The above procedure was repeated 5 times in order to produce some 1.5 kg of aluminum phosphate gel in all.

1 kg of the aluminum phosphate gel was placed in a Rietz mill. 3 l of deionized water were added, so that a 25 wt.-% slurry was obtained which was milled through a 0.4 mm screen. The thus-obtained slurry was diluted with 880 ml of deionized water and 120 ml of dilute ammonia (12.5 wt.-%) in order to adjust the solids content of the slurry to 20 wt.-% and the pH value of the slurry to 4.2. This slurry was fed into a Premier ball mill which was 85% filled with 1.5 mm zirconium spheres. The rate of feed was 800 ml/min. The Premier bail mill was operated at 1500 rpm. The particle-size distribution (Malvern) of the thus-obtained slurry was: d10 =2.5 μm, d50 =4.8 μm, d90 =11.5 μm.

The thus-obtained slurry was spray-dried with the help of a Bowen BE1434 spray-drying device. The operating conditions were as follows: nozzle diameter 2 cm, atomization pressure 0.5 bar, inlet/outlet temperatures 370/160 C.

500 g of the spray-dried product were manually sieved through a 0.18 mm screen. Scanning electron microscope analysis showed that non-agglomerated aluminum phosphate microspheres were present. The end-product had the following properties:

Molar ratio P/Al=0.96

Surface area (m2 /g)=108

N2 pore volume (cm3 /g)=0.59

Hg pore volume (cm3 /g)=0.61

dz (μm) (ave. particle size)=39.6

EXAMPLE 2

Example 1 was repeated, with the following differences.

The starting solution was prepared using 1200.0 g of Al (NO3)3 9H2 O, 57.6 g of Cr (NO3)9H2 O, 331.3 g of NH4 H2 PO4 and 192.0 g of water. The calculated P/A1 molar ratio was 0.90 and the calculated P/Al+Cr) molar ratio was 0.86.

In the first neutralization stage, 556.5 g of solution were used and 133.5 ml of concentrated ammonia were added over a period of 44 minutes. The calculated neutralization percentage was 95.0% and the calculated final solids content was 17.5 wt.-%.

In the second neutralization stage, 566.5 g of hydrogel lumps were covered with an aqueous solution which contained 70 ml of concentrated ammonia. The final pH value of the steeping solution was 8.2.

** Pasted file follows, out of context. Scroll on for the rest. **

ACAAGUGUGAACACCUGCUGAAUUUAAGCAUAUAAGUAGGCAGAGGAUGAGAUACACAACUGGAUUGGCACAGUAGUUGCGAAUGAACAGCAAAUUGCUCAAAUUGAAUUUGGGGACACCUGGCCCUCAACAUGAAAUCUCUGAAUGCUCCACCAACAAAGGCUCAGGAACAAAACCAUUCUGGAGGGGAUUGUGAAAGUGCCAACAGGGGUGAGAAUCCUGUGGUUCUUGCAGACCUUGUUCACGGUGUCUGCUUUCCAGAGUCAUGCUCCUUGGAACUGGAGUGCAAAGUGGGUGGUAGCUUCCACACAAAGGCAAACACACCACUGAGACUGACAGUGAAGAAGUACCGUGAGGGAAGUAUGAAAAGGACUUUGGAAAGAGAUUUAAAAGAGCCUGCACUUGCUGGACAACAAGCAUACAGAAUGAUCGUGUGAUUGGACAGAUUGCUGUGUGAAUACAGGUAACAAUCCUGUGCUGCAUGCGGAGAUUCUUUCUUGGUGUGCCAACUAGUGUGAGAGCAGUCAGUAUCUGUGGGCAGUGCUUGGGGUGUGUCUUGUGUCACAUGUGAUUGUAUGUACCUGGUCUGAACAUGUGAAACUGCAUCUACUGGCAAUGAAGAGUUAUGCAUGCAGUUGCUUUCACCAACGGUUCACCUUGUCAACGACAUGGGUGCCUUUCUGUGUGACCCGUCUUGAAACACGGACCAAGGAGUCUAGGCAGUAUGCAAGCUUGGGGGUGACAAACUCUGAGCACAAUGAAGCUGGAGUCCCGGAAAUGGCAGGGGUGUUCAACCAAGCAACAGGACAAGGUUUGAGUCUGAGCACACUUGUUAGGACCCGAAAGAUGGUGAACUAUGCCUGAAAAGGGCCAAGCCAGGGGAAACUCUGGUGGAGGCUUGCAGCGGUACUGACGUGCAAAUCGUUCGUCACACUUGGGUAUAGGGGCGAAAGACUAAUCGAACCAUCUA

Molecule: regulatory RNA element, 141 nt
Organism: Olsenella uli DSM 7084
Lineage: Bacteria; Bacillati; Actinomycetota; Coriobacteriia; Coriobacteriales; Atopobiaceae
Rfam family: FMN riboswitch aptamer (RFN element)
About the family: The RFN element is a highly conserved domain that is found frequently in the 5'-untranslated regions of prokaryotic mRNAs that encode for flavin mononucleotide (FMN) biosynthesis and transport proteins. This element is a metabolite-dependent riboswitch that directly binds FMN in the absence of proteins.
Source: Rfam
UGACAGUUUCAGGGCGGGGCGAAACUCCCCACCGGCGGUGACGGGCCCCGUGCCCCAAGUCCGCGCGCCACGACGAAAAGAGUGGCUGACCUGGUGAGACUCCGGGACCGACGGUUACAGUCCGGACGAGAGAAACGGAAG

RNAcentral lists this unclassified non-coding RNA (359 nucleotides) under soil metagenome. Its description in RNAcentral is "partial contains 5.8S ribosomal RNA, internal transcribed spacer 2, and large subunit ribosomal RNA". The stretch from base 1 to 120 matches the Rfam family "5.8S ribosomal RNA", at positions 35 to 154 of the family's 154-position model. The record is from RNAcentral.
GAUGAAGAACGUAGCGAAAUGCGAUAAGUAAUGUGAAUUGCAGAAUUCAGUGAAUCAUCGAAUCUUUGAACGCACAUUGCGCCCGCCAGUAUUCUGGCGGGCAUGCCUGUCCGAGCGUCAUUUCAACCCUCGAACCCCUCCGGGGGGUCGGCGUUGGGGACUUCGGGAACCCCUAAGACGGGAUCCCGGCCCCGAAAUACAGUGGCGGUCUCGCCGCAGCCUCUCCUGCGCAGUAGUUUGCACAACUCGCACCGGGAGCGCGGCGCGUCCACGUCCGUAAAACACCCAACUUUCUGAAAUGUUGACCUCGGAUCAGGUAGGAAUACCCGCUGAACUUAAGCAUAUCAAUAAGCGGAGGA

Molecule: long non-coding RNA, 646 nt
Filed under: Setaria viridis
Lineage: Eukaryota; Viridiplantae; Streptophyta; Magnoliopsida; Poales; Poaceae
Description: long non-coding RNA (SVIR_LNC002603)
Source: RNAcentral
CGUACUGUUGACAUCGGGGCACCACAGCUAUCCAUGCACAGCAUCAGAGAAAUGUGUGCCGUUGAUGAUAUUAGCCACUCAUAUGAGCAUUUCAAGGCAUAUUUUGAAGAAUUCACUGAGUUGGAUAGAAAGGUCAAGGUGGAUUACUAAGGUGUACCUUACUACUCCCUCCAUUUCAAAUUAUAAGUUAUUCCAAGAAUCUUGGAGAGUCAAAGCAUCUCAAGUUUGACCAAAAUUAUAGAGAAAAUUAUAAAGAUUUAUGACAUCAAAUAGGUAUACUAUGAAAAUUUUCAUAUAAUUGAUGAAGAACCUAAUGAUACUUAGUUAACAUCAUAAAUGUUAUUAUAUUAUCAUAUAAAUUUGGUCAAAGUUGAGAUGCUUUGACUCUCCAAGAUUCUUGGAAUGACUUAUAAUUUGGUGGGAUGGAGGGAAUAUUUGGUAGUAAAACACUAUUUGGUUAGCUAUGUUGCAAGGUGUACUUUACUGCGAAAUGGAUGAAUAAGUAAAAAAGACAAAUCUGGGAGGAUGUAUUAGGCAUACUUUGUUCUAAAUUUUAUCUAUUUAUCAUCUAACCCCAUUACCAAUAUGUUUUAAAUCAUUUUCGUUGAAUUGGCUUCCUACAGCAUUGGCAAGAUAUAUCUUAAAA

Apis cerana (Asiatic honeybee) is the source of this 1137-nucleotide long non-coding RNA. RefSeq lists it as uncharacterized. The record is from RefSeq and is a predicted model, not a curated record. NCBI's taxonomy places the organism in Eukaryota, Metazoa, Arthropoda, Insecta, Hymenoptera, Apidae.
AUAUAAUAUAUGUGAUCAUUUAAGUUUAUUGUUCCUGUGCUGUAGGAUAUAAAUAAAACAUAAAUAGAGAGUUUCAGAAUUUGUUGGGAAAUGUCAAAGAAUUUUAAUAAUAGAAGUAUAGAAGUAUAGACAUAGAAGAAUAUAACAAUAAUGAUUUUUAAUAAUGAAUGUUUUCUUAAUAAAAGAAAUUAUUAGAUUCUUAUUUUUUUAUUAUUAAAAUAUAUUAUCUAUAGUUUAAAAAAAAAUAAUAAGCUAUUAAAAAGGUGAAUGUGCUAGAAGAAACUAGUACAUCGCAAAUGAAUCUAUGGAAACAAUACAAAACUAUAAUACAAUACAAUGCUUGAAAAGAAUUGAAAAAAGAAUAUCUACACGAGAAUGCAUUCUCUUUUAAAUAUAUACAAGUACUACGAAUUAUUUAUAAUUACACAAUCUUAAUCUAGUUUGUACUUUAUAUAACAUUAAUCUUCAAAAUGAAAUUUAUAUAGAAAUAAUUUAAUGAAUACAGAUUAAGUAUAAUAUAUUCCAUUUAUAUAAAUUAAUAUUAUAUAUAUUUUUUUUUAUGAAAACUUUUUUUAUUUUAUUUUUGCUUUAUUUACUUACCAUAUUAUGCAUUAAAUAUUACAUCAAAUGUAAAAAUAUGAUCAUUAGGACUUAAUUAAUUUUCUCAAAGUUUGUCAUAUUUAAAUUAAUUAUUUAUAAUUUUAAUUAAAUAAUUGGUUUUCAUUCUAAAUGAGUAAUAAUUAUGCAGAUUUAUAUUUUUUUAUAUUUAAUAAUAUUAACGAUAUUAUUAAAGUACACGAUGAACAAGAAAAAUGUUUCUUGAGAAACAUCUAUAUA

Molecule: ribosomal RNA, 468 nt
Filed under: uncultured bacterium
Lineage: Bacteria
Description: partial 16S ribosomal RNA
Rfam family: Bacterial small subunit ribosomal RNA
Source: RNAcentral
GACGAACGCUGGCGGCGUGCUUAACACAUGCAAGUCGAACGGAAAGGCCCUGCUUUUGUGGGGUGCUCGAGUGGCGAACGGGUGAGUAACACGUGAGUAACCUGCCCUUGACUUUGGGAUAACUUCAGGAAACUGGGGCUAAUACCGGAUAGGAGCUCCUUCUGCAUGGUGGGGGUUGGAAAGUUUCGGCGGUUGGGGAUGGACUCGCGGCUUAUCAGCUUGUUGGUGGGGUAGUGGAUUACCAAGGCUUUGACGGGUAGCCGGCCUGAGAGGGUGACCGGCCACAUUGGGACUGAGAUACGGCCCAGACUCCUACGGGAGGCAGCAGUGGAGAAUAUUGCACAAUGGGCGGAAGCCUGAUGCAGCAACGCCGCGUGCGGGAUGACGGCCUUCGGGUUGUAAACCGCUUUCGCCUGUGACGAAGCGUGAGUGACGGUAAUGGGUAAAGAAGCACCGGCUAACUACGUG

The washing duration was 21 hours. The washed hydrogel was subjected to 8 exchange treatments with ethanol. The subsequent drying in a vacuum oven lasted for 19 hours at a temperature of 114 C.

Grinding took place as described in Example 1 and produced the following particle-size distribution: d10 =2.8 μm, d50 =5.5 μm, d90 =12.5 μm.

Spray-drying and manual sieving likewise took place as described in Example 1. Scanning electron microscope analysis again showed non-agglomerated microspherical particles. The end-product had the following properties:

Molar ratio P/Al=0.90

Cr (wt.-%)=2.2

Surface area (m2 /g)=172

N2 pore volume (cm3 /g)=0.78

Hg pore volume (cm3 /g)=0.56

dz (μm) (ave. particle size)=54.7

EXAMPLE 3

Example 1 was repeated, with the following differences.

The starting solution was prepared using 1200.0 g of Al(NO3)3 9H2 O, 331.3 g of NH4 H2 PO4 and 192.0 g of water. The calculated P/Al molar ratio was 0.90.

In the first neutralization stage, 556.5 g of solution were used and 133.5 ml of concentrated ammonia were added over a period of 44 minutes. The calculated neutralization percentage was 95.0% and the calculated final solids content was 17.5 wt.-%.

In the second neutralization stage, 566.5 g of hydrogel lumps were covered with an aqueous solution which contained 70 ml of concentrated ammonia. The final pH value of the steeping solution was 8.2.

The washing duration was 21 hours. The washed hydrogel was subjected to 8 exchange treatments with ethanol. The subsequent drying in a vacuum oven lasted for 19 hours at a temperature of 114 C.

Grinding took place as described in Example 1, with the difference that 160 g of chromium nitrate (Cr(NO3)9H2 O) were also added to the slurry obtained after the milling in the Rietz mill. The following particle-size distribution resulted: d10 =2.2 μm, d50 =4.3 μm, d90 =10.7 μm.

Spray-drying and manual sieving likewise took place as described in Example 1. Here, too, scanning electron microscope analysis showed non-agglomerated microspherical particles. The end-product had the following properties:

Molar ratio P/Al=0.90

Cr (wt.-%)=1.0

Surface area (m2 /g)=172

N2 pore volume (cm3 /g)=0.78

Hg pore volume (cm3 /g)=0.24

dz (μm) (ave. particle size)=51.2

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Classifications
U.S. Classification585/502, 526/226, 502/208, 526/233
International ClassificationB01J27/188, B01J35/10, B01J20/02, C08F2/00, C01B25/36, B01J27/16
Cooperative ClassificationB01J20/0248, B01J20/0292, C01B25/36, B01J27/16, B01J35/08, B01J35/002, B01J27/188, B01J35/023, B01J35/1019, B01J35/109, B01J35/1061, B01J35/1042
European ClassificationB01J27/188, B01J20/02, B01J35/10, C01B25/36, B01J27/16